Bus - Route 5 from the Oxford Bus Company and Route 1 from Stagecoach Services both run to about five minutes from the stadium. Thames Travel’s T2 service is another good option.

Car - From the North take the M6 to the M42, then the M40 to the A34 at Junction 9. Continue along the A34 until you see the stadium. From Central London take the A4 to the M4 then the M40. Leave at Junction 7 for the A329 then get on the B480 and follow the signs.

By Air - Heathrow and Gatwick airports are both reasonably close to Oxford and linked to the city by a bus service that takes around an hour and twenty minutes.

Taxi - A taxi from the train station to the ground will take just over fifteen minutes and cost about £20.

Parking Near Kassam Stadium

There are about 2,000 car parking spaces that are free and filled on a first come first served basis.

Useful Resources

Kassam Stadium Hotels

As a student town Oxford has a number of hotels used to housing parents dropping off their loved ones. Here are some of our preferred destinations:

The Tree Hotel at Iffley - £82+

63 Church Way, Tree Lane, Oxford, England, OX4 4EY
The Tree is midway between Oxford and the stadium, about a mile from either, but it's a good deal cheaper than many city centre options. Nevertheless it boasts a restaurant, bar, free wifi, parking and breakfast - even a playground for the kids. More details.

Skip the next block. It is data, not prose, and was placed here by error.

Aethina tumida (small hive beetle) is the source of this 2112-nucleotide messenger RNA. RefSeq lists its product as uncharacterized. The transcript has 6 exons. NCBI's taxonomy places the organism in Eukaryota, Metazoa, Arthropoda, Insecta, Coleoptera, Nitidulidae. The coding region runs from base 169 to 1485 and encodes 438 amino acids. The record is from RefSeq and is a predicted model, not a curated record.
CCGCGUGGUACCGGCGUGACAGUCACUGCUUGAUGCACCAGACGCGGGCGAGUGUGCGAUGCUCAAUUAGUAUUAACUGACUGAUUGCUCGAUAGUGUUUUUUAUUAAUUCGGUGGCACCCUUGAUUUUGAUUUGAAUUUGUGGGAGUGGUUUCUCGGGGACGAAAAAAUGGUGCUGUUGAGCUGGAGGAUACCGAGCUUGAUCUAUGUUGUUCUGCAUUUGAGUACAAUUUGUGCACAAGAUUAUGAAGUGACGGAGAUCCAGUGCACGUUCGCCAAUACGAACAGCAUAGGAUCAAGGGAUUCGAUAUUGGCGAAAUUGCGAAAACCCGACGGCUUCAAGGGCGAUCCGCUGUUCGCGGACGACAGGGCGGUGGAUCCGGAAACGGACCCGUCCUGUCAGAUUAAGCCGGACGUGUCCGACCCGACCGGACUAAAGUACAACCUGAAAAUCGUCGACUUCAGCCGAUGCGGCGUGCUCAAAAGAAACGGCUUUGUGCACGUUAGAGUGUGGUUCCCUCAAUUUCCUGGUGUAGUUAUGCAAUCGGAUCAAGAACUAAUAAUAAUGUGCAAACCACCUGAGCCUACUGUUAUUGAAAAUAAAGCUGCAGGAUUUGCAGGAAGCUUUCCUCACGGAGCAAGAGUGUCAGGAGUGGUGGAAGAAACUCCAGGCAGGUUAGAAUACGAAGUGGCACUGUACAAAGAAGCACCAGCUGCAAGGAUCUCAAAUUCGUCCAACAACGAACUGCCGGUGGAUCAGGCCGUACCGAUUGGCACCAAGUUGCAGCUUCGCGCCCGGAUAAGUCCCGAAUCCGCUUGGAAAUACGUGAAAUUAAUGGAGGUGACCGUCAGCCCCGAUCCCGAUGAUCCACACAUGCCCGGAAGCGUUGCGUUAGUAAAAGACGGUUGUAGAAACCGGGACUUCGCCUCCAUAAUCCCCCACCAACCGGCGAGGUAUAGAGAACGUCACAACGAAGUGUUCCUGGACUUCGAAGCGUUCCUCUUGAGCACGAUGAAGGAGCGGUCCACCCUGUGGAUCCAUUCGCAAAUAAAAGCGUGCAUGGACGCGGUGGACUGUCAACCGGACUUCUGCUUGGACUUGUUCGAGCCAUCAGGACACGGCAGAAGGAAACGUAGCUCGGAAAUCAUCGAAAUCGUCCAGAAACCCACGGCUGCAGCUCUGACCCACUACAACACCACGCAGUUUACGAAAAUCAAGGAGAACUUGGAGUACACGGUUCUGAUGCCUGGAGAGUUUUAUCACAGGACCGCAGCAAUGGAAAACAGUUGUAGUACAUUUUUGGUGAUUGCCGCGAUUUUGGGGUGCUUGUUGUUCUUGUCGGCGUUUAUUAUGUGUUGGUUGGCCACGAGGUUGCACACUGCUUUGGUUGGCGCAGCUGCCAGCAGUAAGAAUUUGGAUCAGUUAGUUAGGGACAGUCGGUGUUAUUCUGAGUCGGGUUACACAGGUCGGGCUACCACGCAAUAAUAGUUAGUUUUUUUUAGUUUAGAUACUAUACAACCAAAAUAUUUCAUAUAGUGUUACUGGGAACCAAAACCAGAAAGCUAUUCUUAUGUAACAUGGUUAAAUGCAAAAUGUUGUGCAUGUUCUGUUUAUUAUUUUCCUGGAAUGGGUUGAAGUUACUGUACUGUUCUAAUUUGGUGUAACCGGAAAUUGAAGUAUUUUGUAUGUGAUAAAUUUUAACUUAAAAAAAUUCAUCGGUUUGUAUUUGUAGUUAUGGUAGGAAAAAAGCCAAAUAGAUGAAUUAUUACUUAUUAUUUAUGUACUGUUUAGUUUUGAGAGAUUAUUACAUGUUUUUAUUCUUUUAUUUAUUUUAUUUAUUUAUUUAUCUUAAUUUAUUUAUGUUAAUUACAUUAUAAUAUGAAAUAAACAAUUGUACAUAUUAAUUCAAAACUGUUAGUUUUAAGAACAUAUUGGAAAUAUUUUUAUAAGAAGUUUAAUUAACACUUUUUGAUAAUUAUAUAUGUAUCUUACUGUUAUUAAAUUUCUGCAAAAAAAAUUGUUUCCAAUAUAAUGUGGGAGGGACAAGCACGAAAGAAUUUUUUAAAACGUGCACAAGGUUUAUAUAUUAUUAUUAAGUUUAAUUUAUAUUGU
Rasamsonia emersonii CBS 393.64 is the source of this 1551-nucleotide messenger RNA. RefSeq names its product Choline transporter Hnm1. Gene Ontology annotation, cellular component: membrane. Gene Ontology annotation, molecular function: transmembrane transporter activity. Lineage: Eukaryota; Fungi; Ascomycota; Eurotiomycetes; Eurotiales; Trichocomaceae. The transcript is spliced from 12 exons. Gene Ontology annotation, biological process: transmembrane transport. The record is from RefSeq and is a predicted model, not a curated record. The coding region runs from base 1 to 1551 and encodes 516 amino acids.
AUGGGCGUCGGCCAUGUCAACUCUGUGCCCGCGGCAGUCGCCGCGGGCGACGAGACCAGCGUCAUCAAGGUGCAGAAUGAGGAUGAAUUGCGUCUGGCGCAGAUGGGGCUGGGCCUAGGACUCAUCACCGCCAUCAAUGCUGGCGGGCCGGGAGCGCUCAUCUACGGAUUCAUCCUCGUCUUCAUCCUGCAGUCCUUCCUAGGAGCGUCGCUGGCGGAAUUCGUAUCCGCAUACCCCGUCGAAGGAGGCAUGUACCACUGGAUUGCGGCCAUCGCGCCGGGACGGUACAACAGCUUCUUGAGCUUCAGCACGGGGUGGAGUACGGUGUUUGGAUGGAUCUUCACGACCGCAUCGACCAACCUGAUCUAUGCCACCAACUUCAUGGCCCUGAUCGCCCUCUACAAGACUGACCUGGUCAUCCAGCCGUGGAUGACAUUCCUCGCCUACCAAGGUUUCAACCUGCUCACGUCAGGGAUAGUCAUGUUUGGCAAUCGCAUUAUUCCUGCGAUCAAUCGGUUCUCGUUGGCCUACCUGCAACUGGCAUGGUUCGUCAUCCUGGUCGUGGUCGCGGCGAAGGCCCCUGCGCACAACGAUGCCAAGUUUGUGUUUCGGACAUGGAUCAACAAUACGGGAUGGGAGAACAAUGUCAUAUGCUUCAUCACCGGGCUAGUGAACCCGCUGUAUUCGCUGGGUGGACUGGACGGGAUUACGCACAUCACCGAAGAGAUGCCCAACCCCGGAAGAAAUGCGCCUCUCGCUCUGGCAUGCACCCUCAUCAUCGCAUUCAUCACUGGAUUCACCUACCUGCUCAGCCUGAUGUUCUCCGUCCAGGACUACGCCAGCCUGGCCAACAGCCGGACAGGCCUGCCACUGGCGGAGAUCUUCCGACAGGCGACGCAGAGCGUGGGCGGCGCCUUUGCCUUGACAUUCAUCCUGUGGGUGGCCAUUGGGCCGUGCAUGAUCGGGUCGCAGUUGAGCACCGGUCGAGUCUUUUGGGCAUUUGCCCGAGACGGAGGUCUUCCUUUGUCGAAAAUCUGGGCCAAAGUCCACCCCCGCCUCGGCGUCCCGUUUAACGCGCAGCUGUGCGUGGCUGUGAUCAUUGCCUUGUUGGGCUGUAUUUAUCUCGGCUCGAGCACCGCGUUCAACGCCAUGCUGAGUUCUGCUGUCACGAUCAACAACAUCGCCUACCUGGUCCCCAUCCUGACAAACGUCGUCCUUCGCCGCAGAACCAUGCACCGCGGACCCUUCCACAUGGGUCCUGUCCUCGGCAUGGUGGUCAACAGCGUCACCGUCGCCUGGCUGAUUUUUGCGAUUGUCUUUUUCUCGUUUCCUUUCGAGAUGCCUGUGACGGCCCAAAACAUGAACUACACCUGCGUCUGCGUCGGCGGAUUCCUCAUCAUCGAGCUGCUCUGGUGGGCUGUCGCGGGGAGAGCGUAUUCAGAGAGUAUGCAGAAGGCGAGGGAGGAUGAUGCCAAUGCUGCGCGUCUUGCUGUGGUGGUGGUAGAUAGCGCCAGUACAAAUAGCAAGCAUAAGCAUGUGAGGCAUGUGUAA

Holiday Inn Express Oxford-Kassam Stadium - £80+

Grenoble Road, Oxford, England, OX4 4XP
You can’t get much closer to the ground than a hotel that is actually part of it. The Holiday Inn Express has a bar, a business centre, a meeting room and a free buffet breakfast on offer. There’s also free parking on site and the now almost ever-present free Wi-Fi. More details.

Hampton Inn Oxford - £90+

Grenoble Road, Oxford, OX4 4XP
Right next to the ground is this Hampton hotel that has a business centre, a snack bar and a restaurant as well as a lounge. There’s also a free continental breakfast included in the price of your stay, free Wi-Fi and, of course, free parking. More details.

Pubs & Bars Near Kassam Stadium

As is the case with any student town, Oxford has got a number of great places to go for a drink. Here are some crackers:

The George

5 Sandford Road, Oxford, OX4 4PU (01865 779 341)
The George is a lovely little pub located halfway between the stadium and the centre of Oxford. It’s got a great beer garden, a decent pub grub style menu and a number of TVs for live sports.

Holiday Inn Express Oxford-Kassam Stadium

Grenoble Road, Oxford, England, OX4 4XP (01865 780 888)
The Holiday Inn Express might not seem like the natural place to go for a pre-match pint, but if you’re after somewhere to have a drink near to the ground then this is about the best you’re going to find.

Jude The Obscure

54 Walton Street, Oxford, OX2 6AE (01865 557 309)
Right next to Oxford Railway Station is this fun pub with bags of personality and a brilliant menu. It’s also got an excellent cocktail selection and plenty of sprits too. Definitely an upmarket place to go, but worth it.


As one of the newer grounds in the Football League, Kassam Stadium’s facilities are generally quite impressive. We wouldn’t go as far as to say state of the art, but they’re good.


  • Programme: 3.00
  • Pie: 4.00
  • Cup of tea: 1.80
  • Beer: 3.50


From Oxford United FC